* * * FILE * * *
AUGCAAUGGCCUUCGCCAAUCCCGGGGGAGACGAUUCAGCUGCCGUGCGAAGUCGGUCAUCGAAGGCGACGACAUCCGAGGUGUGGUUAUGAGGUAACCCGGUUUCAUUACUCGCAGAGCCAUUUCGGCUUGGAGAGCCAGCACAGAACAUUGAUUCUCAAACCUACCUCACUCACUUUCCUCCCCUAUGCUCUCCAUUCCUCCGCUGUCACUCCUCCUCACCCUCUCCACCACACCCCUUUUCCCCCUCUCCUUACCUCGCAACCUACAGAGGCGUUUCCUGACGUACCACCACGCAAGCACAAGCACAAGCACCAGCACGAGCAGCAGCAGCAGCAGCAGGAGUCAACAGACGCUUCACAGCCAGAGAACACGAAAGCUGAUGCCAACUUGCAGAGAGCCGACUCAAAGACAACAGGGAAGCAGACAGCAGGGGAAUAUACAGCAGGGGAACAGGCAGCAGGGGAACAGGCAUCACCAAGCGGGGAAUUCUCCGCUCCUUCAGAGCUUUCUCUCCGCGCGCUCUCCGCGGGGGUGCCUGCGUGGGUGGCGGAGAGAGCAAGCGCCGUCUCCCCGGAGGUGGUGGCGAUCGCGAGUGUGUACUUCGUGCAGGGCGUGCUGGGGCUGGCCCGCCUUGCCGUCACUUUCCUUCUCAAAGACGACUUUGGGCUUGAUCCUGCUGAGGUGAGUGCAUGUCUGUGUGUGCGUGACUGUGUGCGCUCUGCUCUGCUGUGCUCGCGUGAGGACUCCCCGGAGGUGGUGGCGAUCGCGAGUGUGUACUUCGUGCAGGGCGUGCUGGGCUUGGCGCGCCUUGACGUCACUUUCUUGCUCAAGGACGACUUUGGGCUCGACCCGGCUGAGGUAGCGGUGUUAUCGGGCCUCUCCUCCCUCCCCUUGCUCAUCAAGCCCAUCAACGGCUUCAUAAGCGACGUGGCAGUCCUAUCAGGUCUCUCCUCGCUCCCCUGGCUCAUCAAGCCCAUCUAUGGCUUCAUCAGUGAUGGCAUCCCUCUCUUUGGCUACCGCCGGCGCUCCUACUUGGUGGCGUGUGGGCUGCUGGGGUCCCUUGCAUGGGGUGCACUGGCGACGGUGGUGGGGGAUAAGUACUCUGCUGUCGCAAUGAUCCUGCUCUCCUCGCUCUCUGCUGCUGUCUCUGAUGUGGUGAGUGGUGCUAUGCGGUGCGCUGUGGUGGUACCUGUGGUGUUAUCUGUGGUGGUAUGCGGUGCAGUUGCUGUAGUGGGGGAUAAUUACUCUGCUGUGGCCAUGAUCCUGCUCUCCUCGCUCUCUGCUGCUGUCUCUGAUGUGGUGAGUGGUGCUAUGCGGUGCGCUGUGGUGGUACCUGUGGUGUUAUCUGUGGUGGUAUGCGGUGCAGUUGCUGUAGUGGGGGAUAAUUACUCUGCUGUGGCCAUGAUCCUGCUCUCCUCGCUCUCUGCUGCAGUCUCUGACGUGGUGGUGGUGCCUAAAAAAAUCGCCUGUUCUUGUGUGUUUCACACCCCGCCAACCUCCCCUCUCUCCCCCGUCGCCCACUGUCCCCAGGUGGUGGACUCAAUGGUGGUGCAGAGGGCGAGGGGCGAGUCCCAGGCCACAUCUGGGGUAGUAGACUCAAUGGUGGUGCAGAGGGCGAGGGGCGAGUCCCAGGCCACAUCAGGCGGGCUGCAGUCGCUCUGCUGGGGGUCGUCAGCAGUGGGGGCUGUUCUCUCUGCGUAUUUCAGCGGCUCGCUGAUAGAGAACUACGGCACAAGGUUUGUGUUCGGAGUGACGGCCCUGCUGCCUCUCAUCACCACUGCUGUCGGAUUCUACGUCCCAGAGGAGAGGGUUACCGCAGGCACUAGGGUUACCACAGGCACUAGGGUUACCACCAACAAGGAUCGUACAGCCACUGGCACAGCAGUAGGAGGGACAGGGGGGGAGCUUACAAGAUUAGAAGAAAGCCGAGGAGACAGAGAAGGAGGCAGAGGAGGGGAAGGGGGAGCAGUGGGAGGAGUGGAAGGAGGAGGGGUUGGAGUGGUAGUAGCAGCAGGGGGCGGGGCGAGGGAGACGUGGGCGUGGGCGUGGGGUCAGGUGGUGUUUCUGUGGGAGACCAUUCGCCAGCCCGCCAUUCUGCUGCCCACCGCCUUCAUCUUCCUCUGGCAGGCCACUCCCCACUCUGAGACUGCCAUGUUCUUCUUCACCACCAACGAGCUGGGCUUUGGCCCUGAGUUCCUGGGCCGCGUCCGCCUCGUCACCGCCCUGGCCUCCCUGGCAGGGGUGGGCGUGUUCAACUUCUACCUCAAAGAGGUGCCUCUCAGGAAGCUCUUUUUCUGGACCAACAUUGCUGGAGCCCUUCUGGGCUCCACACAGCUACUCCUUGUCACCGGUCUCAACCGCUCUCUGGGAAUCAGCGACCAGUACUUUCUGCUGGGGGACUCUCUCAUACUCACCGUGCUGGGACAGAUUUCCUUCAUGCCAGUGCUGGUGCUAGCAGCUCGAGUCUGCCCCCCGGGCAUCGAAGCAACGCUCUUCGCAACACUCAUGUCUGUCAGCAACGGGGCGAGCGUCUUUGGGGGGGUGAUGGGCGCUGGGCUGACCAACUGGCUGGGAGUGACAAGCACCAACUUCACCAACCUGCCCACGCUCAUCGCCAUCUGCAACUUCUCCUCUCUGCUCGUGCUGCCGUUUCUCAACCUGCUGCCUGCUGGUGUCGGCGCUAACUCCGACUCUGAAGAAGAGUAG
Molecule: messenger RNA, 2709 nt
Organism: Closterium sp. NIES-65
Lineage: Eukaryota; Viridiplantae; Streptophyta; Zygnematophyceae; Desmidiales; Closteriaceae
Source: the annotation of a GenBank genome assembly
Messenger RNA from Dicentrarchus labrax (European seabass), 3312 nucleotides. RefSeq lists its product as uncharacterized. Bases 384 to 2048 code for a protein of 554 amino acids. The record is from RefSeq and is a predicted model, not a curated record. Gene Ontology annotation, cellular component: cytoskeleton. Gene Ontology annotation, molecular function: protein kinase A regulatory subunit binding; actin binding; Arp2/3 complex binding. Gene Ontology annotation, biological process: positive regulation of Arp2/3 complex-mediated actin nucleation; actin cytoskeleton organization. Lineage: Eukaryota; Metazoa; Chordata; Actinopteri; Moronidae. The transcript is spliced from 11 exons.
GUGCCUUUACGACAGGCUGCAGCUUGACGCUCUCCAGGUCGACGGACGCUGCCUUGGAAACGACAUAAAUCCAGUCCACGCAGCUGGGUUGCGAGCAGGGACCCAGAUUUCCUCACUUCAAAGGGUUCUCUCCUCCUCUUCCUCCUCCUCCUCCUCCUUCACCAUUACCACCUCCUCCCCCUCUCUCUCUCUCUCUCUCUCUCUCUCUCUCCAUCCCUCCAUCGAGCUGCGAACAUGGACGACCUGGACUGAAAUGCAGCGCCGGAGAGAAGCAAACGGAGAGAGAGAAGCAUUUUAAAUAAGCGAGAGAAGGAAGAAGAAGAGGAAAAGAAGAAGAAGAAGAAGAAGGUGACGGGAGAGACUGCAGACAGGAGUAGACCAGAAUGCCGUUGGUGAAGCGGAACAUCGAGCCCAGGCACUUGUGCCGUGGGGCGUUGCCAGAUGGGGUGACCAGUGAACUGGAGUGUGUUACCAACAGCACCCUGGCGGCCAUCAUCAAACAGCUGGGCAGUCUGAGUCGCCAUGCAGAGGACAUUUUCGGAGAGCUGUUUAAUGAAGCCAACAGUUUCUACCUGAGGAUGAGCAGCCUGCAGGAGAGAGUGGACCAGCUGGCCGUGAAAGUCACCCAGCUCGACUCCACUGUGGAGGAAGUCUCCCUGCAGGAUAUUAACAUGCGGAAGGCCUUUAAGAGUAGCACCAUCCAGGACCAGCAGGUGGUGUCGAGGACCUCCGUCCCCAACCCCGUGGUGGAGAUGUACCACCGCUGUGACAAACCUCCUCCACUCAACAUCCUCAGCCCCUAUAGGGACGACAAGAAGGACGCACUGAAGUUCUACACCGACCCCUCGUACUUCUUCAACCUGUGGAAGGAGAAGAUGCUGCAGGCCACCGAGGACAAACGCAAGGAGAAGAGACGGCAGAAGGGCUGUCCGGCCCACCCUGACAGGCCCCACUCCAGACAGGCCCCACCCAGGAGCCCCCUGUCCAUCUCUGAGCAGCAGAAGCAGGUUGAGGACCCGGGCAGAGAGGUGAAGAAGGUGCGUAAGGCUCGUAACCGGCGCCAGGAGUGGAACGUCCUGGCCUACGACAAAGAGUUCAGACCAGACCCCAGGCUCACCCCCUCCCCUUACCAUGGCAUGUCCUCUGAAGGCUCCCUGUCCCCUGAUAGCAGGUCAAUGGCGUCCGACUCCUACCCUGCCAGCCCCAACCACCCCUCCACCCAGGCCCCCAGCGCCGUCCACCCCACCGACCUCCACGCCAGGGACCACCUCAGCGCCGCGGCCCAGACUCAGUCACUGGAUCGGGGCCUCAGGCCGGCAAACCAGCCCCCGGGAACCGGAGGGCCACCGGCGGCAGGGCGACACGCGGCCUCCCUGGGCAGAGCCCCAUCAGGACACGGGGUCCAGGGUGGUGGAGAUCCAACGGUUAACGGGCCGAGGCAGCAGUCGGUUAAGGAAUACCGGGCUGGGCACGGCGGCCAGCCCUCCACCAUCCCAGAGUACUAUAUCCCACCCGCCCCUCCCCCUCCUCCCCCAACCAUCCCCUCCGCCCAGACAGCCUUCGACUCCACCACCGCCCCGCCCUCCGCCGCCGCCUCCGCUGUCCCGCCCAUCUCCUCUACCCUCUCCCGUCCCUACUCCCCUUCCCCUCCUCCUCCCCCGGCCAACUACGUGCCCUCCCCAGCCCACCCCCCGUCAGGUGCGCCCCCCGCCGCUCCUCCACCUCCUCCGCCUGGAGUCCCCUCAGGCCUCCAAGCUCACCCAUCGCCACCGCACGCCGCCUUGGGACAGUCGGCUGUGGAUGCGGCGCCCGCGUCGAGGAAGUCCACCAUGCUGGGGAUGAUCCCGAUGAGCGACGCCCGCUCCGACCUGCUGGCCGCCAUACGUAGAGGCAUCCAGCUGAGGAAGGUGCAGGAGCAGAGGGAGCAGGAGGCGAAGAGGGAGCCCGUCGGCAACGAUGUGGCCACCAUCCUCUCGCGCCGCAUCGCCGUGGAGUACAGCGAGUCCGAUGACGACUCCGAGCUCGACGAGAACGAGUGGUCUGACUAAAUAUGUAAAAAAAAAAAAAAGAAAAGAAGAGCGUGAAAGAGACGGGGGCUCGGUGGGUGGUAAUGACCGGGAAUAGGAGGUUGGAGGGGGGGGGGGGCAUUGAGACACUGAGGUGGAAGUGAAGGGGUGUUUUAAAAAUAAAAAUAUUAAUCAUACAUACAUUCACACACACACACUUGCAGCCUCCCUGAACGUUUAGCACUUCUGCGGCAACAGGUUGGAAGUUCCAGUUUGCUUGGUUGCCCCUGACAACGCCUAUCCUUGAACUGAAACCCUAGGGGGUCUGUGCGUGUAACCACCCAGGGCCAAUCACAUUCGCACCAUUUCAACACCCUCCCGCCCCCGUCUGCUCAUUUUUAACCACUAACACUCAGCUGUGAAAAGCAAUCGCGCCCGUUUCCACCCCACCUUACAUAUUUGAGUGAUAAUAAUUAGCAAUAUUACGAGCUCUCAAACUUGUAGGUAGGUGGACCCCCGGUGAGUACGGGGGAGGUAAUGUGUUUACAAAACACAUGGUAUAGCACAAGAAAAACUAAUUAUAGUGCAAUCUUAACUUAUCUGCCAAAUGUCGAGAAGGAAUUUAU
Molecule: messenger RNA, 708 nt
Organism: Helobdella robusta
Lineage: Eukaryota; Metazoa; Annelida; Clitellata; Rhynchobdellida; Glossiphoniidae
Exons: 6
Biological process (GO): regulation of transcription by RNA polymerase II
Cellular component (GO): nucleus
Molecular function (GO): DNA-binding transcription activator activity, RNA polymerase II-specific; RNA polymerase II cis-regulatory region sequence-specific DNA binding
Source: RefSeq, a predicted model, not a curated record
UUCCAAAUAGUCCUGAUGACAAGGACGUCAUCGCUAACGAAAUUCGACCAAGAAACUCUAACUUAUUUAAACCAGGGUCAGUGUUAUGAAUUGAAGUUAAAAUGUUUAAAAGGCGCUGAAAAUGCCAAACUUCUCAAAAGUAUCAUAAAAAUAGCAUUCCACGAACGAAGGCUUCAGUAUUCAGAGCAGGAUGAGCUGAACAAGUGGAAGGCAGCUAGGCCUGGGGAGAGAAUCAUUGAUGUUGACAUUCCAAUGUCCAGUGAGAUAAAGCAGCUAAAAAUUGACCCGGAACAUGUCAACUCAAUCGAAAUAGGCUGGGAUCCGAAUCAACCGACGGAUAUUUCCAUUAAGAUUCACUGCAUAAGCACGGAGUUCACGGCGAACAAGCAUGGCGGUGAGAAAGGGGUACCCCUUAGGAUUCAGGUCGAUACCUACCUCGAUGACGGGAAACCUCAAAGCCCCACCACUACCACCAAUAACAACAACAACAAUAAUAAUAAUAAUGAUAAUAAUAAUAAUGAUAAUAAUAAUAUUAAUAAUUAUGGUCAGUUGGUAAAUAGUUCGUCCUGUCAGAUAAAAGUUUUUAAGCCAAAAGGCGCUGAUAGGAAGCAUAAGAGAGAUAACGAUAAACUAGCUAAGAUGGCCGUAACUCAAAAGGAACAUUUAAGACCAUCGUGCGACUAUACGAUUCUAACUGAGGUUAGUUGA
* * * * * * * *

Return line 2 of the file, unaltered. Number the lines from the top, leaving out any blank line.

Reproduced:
Molecule: messenger RNA, 2709 nt